Pontiac's Rally II is arguably the most popular-styled wheel the Division ever offered. Iconic examples such as the cast-aluminum eight-lug or polycast Honeycomb are certainly formidable contenders for the title, but when considering that the stamped-steel Rally II remained on Pontiac order forms for more than two decades, the charcoal-and-argent champion clearly bested them all.
Introduced in 1967 as a way to give buyers a sporty, factory-installed wheel package that mimicked the look of the era's popular aftermarket offerings, the Rally II was produced in 14-and 15-inch diameters, widths of 6 and 7 inches, and with bolt-circle diameters of 4.75 and 5 inches over the years. That diversity allowed Pontiac to offer the Rally II as a regular production option on virtually all models through the early 1980s, and on select models through its retirement at the commencement of the 1987 model year.
The 15x7-inch Rally II was produced in the greatest number. While early versions most closely associated with 1970-1972 Trans Ams are quite desirable and costly, a slightly revised Rally II debuted in 1973, and it was available on a wide array of Pontiacs, including Firebirds, Grand Prix, and Grand Ams. With literally millions produced during the mid-to-late 1970s, you might presume the quest to find a usable quartet for our 1976 Trans Am would be simple. That proved otherwise.
From our hunt's onset, we understood that a complete wheel restoration would likely be required. We planned to completely strip each wheel and then laboriously refinish the set in the correct shades of charcoal and argent. We scoured many local salvage yards and swap meets, but found issues with each potential candidate. Whether rust pitting, road rash, dings and dents, or general wear from mishandling over the years, we simply couldn't find what we were seeking.
On a recent trip to the Specialty Equipment Market Association (SEMA) Convention in Las Vegas, Nevada, we happened across the Wheel Vintiques (WV) booth where we spied, amongst the many single wheels on display, what appeared to be a new Pontiac Rally II.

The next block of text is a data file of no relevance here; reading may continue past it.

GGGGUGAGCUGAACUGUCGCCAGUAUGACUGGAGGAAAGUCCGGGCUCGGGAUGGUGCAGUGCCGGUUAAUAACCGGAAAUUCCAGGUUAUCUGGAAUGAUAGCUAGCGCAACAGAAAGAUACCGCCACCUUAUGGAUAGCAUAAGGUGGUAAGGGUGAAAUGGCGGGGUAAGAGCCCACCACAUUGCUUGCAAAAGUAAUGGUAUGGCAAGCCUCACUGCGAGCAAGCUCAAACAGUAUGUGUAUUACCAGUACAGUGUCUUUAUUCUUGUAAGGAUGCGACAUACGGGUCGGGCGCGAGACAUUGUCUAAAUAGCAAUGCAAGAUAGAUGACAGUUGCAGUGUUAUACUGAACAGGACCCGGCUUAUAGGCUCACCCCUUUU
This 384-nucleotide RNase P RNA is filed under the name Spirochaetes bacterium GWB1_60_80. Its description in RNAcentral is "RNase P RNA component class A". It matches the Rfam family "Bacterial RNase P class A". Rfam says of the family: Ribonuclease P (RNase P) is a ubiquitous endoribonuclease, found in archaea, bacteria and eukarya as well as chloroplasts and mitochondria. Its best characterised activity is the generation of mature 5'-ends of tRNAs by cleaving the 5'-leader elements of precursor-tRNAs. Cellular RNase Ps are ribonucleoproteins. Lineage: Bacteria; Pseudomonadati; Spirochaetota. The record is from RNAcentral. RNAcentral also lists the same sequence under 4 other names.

1. Pontiac's Rally II was a popular consumer option throughout much of the Division's glory years. The stamped-steel 15x7-inch unit could be found on its most popular offerings during the mid-to-late 1970s. With so many produced over the years, used examples can typically be purchased rather reasonably, making them popular hobbyist choices for most any vintage Pontiac. But just how reusable are they?
2. A two-digit code stamped into the rim near to the right of the valve stem indicates original application. Codes such as JW and KR are found on early 15x7-inch units, which had limited usage and today's market prices reflect it. Later units, stamped with HM or HW are far more common, with widespread usage across numerous models. With identical functionality, we sought a set of either for our 1976 Firebird.
3. We found it rather difficult to find a complete set of used Rally IIs at a reasonable price that required minimal restoration efforts. Surface pitting is very common from exposure to decades of Midwest winters. While some of it will blast away during stripping, deep pits and blemishes will likely require body filler and additional prep, adding to the cost.
4. A rusty bead surface is also common. Even after using a wire brush, the deep rust and pitting that remains can prevent the tire from securely adhering to the rim, causing leaks, or worse, total separation.
5. We found a set of Rally IIs that looked to be in excellent reusable condition, but were quickly disappointed to find several deformed lugnut holes. Whether caused by someone over-tightening the lug nuts or by nuts with an incorrect taper, we weren't prepared to gamble that the proper lug nuts intended for the application would retain the wheel onto the hub correctly—a major safety risk. Unfortunately, this otherwise beautiful rim is basically useless.
6. Wheel Vintiques (WV) offers a great solution if original codes aren't important to you. Its reproduction Rally IIs are created from entirely new stampings. We purchased a set of 15x7-inch units, and our thorough inspection found the only difference from a code-HM or -HW original is the backspace. WV delivers its Rally IIs beautifully painted in the factory-correct shades and pattern.
7. The stampings are very clean, without sharp edges and with a uniform appearance. The center is constructed of 7-gauge cold-rolled steel and formed using a 600-ton press. It's then fastened to the rim by five 5-inch welds.